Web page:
Attorney General William Barr’s memo declaring Special Counsel Robert Mueller found no evidence of Trump-Russia collusion during the 2016 campaign has done little to silence calls for impeachment from the president's fiercest foes.
Rep. Al Green, D-Texas, who along with Rep. Brad Sherman, D-Calif., introduced articles of impeachment against the president at the start of the year, tweeted Sunday that "impeachment is not dead.”
The congressman tweeted that Mueller's report "did NOT investigate bigotry emanating from the Presidency harming our country.”
Green added: "The findings do NOT negate the President’s bigotry. As long as bigotry influences the President’s policies, I will continue to seek his impeachment. #ImpeachmentIsNotDead."
While some Democratic leaders have publicly urged caution on impeachment for months, several House Democrats ranging from Green to freshman Rep. Rashida Tlaib, D-Mich., to Rep. Maxine Waters, D-Calif., and others have persistently pressed the issue. In the wake of the Mueller report, impeachment backers appeared undeterred, stressing that Congress has more to investigate -- on issues beyond collusion.
After the report was submitted, and shortly before its findings were released, Waters told MSNBC “this is not the end of anything” and said there is a great deal more that needs to be investigated.
“This president has a way of trying to get into people’s heads and indoctrinate them,” she said. “He’s going try to conclude that this report is proof that there is no collusion and you have a lot of his sycophants who will take the nod from him and they’ll say the same thing.”
Waters added: “This is not the end of anything. Well, it is the end of the report and the investigation by Mueller, but those of us who share these committees with our oversight because there is so much that needs to be taken a look at this point. It is not the end of everything.”
According to the four-page letter from Barr, Mueller’s report found no evidence that Trump's campaign "conspired or coordinated" with Russia to influence the 2016 presidential election but reached no conclusion on whether Trump obstructed justice.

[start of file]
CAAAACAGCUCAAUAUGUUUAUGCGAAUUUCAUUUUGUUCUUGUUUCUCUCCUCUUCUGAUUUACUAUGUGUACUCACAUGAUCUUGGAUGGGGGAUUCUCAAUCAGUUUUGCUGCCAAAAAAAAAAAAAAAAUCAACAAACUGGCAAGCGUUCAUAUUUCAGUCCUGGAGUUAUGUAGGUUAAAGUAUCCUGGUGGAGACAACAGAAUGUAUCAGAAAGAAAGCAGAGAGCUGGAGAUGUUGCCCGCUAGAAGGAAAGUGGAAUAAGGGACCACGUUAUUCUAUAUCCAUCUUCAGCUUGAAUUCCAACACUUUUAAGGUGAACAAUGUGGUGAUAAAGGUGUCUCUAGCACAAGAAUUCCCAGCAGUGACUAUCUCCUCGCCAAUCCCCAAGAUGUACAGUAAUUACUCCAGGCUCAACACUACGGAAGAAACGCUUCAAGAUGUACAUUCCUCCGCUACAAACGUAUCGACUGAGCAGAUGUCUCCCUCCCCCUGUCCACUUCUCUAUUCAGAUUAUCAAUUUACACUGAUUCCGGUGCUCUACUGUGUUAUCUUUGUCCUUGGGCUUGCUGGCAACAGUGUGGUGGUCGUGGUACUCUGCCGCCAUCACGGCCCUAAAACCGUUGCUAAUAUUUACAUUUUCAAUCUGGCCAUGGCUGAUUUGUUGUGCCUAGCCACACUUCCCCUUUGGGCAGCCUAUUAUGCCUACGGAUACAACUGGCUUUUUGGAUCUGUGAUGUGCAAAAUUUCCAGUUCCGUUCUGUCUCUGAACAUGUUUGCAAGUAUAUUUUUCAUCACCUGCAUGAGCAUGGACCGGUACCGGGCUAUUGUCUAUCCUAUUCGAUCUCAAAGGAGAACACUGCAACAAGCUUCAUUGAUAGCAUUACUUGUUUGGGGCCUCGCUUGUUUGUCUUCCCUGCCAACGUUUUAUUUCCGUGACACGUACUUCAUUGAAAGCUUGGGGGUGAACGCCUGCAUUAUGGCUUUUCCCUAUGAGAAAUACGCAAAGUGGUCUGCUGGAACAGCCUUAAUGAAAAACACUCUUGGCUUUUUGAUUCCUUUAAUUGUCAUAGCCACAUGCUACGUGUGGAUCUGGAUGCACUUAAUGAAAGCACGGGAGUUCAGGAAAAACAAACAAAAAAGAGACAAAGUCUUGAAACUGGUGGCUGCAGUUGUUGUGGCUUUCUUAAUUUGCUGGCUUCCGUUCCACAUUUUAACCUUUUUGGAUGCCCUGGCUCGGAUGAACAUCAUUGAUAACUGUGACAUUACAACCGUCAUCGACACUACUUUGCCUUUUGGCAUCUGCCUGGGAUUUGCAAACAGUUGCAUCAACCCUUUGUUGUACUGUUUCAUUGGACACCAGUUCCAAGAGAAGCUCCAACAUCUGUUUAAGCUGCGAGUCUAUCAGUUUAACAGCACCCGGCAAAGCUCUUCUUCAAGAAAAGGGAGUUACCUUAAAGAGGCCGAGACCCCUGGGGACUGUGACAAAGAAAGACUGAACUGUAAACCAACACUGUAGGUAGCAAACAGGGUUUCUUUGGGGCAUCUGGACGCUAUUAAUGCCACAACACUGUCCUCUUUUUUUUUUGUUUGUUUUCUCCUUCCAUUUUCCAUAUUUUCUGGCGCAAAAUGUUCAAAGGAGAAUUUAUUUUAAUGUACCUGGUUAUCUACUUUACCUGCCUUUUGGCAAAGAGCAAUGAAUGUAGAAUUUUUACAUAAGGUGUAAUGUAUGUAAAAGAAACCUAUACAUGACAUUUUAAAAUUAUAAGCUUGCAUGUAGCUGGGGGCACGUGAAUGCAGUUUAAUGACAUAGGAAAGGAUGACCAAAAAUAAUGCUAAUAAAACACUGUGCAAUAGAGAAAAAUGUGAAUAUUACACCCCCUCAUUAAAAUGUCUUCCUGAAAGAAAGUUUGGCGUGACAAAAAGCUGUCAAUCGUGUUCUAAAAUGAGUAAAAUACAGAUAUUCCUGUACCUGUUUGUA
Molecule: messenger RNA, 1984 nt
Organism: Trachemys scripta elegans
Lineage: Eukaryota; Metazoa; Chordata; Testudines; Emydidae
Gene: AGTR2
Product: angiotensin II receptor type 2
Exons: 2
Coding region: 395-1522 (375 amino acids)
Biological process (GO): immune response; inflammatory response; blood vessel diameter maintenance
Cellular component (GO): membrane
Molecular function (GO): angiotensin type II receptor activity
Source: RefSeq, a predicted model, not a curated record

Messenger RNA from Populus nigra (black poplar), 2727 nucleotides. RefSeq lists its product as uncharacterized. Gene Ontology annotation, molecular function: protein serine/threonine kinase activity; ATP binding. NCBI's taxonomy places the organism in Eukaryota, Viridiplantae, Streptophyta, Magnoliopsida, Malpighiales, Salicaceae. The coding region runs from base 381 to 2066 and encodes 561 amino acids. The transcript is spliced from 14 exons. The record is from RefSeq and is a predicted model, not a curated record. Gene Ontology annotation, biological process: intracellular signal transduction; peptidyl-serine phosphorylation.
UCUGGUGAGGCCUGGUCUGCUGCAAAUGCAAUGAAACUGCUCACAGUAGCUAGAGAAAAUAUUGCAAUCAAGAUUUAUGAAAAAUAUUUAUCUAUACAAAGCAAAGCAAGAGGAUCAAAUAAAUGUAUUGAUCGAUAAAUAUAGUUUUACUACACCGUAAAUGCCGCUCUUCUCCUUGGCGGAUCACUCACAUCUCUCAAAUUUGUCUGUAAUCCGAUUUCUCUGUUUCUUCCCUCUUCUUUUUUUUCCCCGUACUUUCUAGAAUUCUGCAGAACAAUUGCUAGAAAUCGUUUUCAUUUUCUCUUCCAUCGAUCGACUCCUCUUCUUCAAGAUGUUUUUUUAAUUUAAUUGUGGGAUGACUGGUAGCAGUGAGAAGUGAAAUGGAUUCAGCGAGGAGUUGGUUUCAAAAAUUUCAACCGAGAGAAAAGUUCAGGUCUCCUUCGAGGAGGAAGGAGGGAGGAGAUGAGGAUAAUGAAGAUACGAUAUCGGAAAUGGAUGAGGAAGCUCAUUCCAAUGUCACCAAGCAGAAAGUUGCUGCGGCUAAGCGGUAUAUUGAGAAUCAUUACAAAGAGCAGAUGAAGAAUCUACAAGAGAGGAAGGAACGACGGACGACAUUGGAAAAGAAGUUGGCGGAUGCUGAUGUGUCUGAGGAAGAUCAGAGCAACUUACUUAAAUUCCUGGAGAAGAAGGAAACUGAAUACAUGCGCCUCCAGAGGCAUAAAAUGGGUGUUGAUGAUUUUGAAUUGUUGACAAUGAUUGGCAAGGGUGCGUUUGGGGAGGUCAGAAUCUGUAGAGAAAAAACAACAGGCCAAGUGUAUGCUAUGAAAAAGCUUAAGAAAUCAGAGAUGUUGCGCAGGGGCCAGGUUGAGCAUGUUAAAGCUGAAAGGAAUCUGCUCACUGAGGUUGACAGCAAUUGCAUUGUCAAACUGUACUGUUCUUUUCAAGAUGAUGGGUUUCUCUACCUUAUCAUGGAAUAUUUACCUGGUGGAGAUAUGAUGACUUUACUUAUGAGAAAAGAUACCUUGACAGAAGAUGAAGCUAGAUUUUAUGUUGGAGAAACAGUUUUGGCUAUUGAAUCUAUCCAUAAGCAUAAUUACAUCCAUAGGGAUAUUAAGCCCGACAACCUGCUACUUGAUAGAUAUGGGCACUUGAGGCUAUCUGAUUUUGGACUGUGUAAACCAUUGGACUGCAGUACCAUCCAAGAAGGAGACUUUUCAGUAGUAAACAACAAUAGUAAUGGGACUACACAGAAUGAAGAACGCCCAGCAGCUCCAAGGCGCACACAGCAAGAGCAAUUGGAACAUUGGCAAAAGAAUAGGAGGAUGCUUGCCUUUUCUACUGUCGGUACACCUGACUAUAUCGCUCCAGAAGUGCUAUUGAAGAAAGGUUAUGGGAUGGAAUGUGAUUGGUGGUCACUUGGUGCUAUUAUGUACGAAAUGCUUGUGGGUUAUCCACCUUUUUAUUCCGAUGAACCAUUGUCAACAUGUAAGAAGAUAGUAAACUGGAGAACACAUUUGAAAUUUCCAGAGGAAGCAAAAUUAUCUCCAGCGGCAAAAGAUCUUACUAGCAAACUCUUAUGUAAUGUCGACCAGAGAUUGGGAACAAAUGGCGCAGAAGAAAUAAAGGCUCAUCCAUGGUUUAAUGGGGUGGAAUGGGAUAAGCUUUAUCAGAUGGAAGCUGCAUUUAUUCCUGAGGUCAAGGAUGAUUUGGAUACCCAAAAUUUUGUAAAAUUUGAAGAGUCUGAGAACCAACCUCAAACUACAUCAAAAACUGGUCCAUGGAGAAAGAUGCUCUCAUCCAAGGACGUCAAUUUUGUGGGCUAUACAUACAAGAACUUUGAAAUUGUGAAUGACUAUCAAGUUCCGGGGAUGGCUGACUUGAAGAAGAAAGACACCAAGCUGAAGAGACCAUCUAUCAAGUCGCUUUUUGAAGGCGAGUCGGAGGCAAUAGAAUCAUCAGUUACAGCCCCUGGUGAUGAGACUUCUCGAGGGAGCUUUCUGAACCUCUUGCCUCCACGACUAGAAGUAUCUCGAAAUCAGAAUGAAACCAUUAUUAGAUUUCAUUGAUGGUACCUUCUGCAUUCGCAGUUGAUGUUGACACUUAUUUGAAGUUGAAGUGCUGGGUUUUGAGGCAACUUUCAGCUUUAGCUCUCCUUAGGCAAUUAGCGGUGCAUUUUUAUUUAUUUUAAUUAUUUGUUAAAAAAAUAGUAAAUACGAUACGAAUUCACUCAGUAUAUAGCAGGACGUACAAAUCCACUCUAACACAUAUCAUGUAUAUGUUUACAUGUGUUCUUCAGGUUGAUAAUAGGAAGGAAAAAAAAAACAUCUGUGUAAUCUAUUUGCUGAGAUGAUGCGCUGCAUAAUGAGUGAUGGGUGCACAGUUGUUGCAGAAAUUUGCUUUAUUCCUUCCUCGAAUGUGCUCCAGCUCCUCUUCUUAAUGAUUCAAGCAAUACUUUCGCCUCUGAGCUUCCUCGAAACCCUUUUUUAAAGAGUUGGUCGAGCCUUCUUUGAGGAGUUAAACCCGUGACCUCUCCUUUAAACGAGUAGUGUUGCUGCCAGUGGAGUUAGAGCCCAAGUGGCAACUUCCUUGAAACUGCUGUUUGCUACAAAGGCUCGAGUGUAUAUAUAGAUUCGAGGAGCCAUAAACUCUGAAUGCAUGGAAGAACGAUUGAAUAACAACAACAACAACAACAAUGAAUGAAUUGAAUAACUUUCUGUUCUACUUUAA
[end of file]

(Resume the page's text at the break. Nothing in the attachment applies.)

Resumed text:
According to Barr's summary, Mueller set out "evidence on both sides of the question" and stated that "while this report does not conclude the president committed a crime, it also does not exonerate him." Barr and Deputy Attorney General Rod Rosenstein in turn determined they did not see the evidence for an obstruction case, but numerous Democratic lawmakers have questioned that determination since Sunday's summary release.
Meanwhile, billionaire hedge fund manager and major Democratic donor Tom Steyer is not giving up his own effort to oust Trump from the Oval Office.
Steyer, who started the Need to Impeach campaign last year, tweeted out a video Sunday saying that of Trumps’ “10 impeachable offenses, the Mueller Report only relates to two. He's still profited from his presidency, advocated violence, and more.” He also called on Barr to release to the public the full Mueller report.
“[Trump] remains the most corrupt president in American history, just in terms of criminal investigations,” Steyer tweeted. “There’s still the hush money investigation and the emoluments lawsuit. He's NOT exonerated of corruption, by a long shot.”
Fox News’ Nicole Darrah and The Associated Press contributed to this report.